Who is a Coach?

Who is a Coach?


I have been waiting to write this article for over a year now. My good friend, Coach Mark Watts, wrote an article over a year ago concerning coaching. Specifically, he was talking about who is qualified to be called a coach. Now let me preface this by saying Coach Watts is brilliant, and he is someone I look to as a peer in the Strength and Conditioning World. However, in this instance, I don’t agree at all with him.

To sum it up, Coach Watts made the argument that personal trainers, private athletic performance coaches, and CrossFit coaches aren’t really coaches. Basically anyone that takes money for their services haven’t earned the title of coach. His argument was that coaches hired by universities or high schools have earned their title of “coach”. His belief is that people in the private sector have given the title “coach” to themselves. Let me say before going on, I have been on both sides of the coin, so I bring a unique view to the topic.

I am not fully disagreeing with him, but here are a few points. I have met Division I Strength Coaches that couldn’t spell their own name. We all know that the strength and conditioning world is a “who you know” industry. Some organizations hire people based on credentials, past performance, and solid references, and some just hire whomever they know. I challenge you all to visit ten different college weight rooms. I guarantee that you will see ten different quality of coaches.

Of course, I have seen some crazy private coaches. I mean CRAZY! Almost anyone can call themselves coach or trainer based on some crazy piece of paper that they received one weekend. Not only do these people not deserve to be called coach, but they don’t deserve to be in the industry at all. They have entered this field for all the wrong reasons. They don’t know how to teach someone to squat or deadlift, but they are doing it anyway. They are seriously endangering their clients, but no one says anything. It’s insane!!! Nothing makes my temper spike like watching a trainer(that’s the only title they deserve) play on their cell phone while their client works out. What are you doing to deserve being paid one dime? Nothing!!!

This industry needs a better “checks and balances” system in both the private and non-private sectors. We need better hiring standards, and I believe that we need a Licensing Board to set and maintain some solid standards. We need to be just like doctors and nurses because people are trusting us with their goals, health, and their lives. This is a big deal folks!!! This is not to be taken lightly. If you don’t have what it takes, then consider leaving on your own.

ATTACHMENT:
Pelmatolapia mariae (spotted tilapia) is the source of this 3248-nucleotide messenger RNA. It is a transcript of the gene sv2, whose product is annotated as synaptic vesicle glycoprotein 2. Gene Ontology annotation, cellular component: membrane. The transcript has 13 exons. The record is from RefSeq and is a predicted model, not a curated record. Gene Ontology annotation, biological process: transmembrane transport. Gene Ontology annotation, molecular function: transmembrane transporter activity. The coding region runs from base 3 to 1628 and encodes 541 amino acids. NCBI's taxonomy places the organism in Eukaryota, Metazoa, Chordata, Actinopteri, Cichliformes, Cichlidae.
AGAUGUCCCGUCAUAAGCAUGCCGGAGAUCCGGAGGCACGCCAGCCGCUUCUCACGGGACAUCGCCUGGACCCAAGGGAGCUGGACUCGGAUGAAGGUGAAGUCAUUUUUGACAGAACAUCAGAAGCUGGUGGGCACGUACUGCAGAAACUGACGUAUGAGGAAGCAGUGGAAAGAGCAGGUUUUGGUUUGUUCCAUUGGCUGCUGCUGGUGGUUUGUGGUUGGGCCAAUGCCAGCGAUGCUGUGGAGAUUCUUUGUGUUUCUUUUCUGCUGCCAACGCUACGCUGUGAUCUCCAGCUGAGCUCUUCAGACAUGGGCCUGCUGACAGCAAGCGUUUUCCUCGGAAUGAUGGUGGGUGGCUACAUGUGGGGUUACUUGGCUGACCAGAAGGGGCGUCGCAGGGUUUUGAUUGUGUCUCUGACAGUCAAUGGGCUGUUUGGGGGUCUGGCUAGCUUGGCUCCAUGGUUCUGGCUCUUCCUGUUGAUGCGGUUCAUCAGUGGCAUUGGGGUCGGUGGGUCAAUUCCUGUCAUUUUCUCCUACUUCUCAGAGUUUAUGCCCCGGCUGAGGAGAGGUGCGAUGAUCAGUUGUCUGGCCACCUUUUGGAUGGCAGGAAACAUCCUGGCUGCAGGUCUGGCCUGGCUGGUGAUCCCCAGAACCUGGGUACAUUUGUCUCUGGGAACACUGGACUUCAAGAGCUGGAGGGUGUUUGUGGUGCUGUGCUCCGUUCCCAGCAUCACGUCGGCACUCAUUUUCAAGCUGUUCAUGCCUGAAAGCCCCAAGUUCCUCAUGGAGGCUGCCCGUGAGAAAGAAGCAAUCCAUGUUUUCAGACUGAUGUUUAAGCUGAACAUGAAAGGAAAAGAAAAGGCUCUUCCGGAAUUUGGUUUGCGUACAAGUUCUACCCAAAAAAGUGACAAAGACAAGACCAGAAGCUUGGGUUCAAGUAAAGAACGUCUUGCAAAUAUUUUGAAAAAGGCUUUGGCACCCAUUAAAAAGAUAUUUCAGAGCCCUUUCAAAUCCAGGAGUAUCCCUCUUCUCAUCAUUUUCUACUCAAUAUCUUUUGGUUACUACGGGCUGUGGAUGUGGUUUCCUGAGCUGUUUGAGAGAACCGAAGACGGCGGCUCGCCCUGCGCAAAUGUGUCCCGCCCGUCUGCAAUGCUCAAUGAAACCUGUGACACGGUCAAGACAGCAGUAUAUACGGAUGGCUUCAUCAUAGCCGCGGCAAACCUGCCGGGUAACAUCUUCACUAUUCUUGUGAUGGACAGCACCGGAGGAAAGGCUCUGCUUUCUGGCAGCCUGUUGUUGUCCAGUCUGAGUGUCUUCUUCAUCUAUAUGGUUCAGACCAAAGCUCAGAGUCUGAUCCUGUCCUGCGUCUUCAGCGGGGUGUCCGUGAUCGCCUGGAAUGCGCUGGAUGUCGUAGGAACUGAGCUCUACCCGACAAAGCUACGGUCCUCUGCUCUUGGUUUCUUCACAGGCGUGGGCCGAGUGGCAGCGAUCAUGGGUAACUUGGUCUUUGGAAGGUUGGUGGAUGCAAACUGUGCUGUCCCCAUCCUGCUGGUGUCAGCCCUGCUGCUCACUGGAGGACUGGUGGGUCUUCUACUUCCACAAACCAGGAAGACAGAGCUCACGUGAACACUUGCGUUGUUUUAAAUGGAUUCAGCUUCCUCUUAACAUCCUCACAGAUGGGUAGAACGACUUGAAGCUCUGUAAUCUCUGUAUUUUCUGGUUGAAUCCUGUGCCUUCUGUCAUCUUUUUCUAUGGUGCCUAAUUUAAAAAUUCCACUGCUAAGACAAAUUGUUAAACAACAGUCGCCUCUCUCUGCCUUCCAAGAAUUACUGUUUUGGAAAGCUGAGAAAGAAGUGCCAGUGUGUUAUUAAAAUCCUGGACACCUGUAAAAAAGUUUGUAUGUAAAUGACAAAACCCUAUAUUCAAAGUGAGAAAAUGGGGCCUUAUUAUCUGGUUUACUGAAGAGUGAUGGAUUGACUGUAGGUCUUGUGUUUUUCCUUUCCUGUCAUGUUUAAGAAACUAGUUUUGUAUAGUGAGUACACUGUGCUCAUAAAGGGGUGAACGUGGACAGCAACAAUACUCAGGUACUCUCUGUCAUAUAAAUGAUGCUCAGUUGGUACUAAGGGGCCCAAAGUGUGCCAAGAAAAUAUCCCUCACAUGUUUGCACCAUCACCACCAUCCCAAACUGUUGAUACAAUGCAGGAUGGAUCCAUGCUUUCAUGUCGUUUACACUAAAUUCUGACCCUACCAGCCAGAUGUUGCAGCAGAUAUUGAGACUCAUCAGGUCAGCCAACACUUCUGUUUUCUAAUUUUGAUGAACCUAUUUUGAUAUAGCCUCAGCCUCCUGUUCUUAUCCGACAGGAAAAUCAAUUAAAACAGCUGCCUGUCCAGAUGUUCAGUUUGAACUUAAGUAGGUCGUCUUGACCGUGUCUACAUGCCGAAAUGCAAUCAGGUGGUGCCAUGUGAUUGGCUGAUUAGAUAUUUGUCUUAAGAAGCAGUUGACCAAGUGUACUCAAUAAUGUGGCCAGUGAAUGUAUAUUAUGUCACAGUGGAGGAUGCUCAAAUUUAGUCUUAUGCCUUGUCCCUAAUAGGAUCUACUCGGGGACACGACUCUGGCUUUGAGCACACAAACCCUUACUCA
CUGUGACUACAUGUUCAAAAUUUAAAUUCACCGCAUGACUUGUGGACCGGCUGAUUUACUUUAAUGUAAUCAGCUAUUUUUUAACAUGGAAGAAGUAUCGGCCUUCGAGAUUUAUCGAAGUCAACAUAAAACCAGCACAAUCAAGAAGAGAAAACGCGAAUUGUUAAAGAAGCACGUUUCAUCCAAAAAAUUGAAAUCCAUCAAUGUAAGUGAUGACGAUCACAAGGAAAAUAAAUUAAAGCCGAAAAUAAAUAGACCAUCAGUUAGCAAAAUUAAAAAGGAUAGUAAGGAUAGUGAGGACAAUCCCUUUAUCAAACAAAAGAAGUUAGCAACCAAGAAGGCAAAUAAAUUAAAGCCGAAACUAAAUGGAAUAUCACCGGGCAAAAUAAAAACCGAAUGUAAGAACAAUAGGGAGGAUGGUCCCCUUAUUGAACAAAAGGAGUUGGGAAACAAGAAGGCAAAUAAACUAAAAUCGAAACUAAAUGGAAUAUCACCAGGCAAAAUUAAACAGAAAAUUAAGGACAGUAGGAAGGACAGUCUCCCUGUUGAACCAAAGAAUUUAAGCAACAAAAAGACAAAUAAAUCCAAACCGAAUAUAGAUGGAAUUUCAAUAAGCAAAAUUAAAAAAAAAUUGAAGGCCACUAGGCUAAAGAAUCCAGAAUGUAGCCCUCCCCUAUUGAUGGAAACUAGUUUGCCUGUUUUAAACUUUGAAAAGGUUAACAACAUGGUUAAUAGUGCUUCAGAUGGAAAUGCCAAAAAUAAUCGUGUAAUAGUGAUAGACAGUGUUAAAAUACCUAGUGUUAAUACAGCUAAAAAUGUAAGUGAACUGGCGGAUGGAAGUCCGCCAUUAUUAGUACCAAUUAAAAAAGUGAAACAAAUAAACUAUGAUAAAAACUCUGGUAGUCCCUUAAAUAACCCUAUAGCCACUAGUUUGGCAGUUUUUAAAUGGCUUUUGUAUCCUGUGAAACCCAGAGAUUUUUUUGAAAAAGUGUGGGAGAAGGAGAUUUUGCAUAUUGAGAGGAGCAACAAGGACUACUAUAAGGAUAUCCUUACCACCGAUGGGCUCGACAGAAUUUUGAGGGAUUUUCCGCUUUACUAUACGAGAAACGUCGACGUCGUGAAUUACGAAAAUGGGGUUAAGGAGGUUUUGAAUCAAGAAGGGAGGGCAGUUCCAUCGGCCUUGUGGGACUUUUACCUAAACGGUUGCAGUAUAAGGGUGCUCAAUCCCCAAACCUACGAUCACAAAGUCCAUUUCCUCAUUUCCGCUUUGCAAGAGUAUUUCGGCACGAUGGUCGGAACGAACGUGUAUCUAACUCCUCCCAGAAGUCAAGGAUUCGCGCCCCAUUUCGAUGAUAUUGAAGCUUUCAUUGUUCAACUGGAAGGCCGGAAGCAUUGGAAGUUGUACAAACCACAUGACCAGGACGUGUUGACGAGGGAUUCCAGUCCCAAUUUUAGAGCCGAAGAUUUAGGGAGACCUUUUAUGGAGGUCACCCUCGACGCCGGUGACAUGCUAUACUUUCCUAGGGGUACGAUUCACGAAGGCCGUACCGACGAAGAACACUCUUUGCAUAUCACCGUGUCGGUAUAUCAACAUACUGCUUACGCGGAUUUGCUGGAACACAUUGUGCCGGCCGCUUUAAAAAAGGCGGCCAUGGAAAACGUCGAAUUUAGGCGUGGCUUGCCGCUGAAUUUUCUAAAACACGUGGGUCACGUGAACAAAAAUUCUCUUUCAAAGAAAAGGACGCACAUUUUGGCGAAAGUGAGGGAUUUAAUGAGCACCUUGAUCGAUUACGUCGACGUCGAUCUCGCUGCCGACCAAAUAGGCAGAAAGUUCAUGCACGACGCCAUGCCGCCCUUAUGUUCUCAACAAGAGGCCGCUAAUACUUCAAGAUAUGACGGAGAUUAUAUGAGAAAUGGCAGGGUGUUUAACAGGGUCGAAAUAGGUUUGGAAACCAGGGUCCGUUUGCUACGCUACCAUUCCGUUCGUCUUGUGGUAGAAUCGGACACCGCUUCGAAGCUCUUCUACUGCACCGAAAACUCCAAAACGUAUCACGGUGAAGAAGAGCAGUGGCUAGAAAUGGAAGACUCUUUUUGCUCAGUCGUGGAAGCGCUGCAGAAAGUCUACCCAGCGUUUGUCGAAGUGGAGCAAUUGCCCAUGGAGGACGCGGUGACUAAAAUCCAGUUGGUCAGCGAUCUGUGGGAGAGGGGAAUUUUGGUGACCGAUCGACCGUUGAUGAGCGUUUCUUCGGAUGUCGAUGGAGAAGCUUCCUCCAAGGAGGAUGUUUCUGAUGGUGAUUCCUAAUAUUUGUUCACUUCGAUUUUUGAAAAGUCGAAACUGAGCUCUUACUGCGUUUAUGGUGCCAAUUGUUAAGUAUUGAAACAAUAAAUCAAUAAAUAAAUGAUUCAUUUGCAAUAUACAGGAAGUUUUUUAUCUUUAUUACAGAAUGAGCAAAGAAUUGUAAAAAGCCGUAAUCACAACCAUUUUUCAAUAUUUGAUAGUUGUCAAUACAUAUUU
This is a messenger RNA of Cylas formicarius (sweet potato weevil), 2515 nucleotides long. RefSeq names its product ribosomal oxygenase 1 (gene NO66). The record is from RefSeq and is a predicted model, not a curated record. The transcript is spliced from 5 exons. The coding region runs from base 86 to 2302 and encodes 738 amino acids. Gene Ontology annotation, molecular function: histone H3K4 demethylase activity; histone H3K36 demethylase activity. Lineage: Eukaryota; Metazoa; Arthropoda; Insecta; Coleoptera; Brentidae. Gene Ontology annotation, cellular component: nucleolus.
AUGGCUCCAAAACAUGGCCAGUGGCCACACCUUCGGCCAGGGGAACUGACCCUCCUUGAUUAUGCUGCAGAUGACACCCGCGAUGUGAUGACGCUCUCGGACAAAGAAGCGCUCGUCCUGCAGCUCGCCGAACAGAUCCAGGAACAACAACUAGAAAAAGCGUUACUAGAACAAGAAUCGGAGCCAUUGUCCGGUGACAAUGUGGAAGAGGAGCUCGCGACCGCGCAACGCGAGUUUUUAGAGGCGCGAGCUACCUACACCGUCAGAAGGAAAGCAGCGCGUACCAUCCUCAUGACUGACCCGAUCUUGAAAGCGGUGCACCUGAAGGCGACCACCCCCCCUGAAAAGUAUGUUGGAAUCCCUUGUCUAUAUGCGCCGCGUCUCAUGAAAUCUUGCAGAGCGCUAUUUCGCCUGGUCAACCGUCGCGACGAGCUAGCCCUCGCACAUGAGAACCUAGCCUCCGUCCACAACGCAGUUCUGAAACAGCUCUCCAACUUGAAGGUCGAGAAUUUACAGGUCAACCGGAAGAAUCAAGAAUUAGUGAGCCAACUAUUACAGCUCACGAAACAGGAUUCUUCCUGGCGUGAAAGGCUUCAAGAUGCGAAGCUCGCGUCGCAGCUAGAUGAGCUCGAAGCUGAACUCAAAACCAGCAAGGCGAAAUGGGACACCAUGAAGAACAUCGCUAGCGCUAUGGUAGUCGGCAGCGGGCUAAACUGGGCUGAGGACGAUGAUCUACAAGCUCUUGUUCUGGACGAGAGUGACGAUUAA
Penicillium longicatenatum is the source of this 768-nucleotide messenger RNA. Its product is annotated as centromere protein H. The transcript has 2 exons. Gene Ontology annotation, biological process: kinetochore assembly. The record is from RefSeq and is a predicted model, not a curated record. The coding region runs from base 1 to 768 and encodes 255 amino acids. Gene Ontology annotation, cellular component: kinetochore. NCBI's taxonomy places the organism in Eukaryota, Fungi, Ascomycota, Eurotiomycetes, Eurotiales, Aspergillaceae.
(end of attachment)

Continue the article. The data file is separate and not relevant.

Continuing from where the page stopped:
Here’s the thing about coaches in the private sector. I believe that they earn the title “coach” as much or even more than the college or high school coach because no one has to go to them. The men and women in the private sector that are successful have normally produced major results for their clients. That’s the way it works! If your athletes/clients produce, others will notice. When someone is giving you their hard earned money, they expect results. If they don’t receive results, then they will not continue to shell out that money. You have to earn their patronage.

Coaches at schools are hired, and they are on staff. They can be terrible, and the young athletes still have to work out with them. It’s crazy! There is nothing that they can do. Did that coach really earn anything? No way!!! I have seen it so many time when my athletes go to college in great shape, and come out in worse or at best the same. What is that? My college strength coach at Appalachian State University was awesome. Matter of fact, he was my favorite coach on the team. He made me stronger, bigger, and faster, and he grew me as a man along the way. That’s a coach!

Coach Kenn, the Carolina Panthers Head Strength Coach and Mark Watts are great coaches. They both blow me away with the amount of knowledge that they have gathered over their careers. Their love and concern for their athletes is second to none. Coach Kenn maintains his relationship with his players for life. I have watched him do so.

With that being said, here are the elements that I believe one should have to be called a strength coach:

• A degree in exercise science or athletic training.
• A legit certification like NSCA
• More importantly on going continued education outside of the required amounts
• A passion for continued learning
• A thirst for knowledge
• Internships with other coaches that are accomplished
• An honest love for their clients/athletes
• A desire to grow their clients/athletes as people

Ryan Grady is a CrossFit Coach, and let me tell you he is a Coach. That guy studies more than any college strength coach that I have ever seen. Ryan loves his client/athletes with a passion that is simply inspiring. If someone doesn’t believe that Ryan is a coach, then I don’t know a coach anywhere. He teaches safely, correctly, and consistently. People go to Ryan because he is awesome, and not because their head coach says that they have to go.

This is not a bash on college strength coaches at all. I am just saying that a coach is defined by way more than someone hiring them. I hope that Coach Watts doesn’t get mad, but I wanted to give another side of this argument. At the end of the day, Coach Watts is the man, and I love him. He is very passionate about what he does, and there is no better coach in the world.

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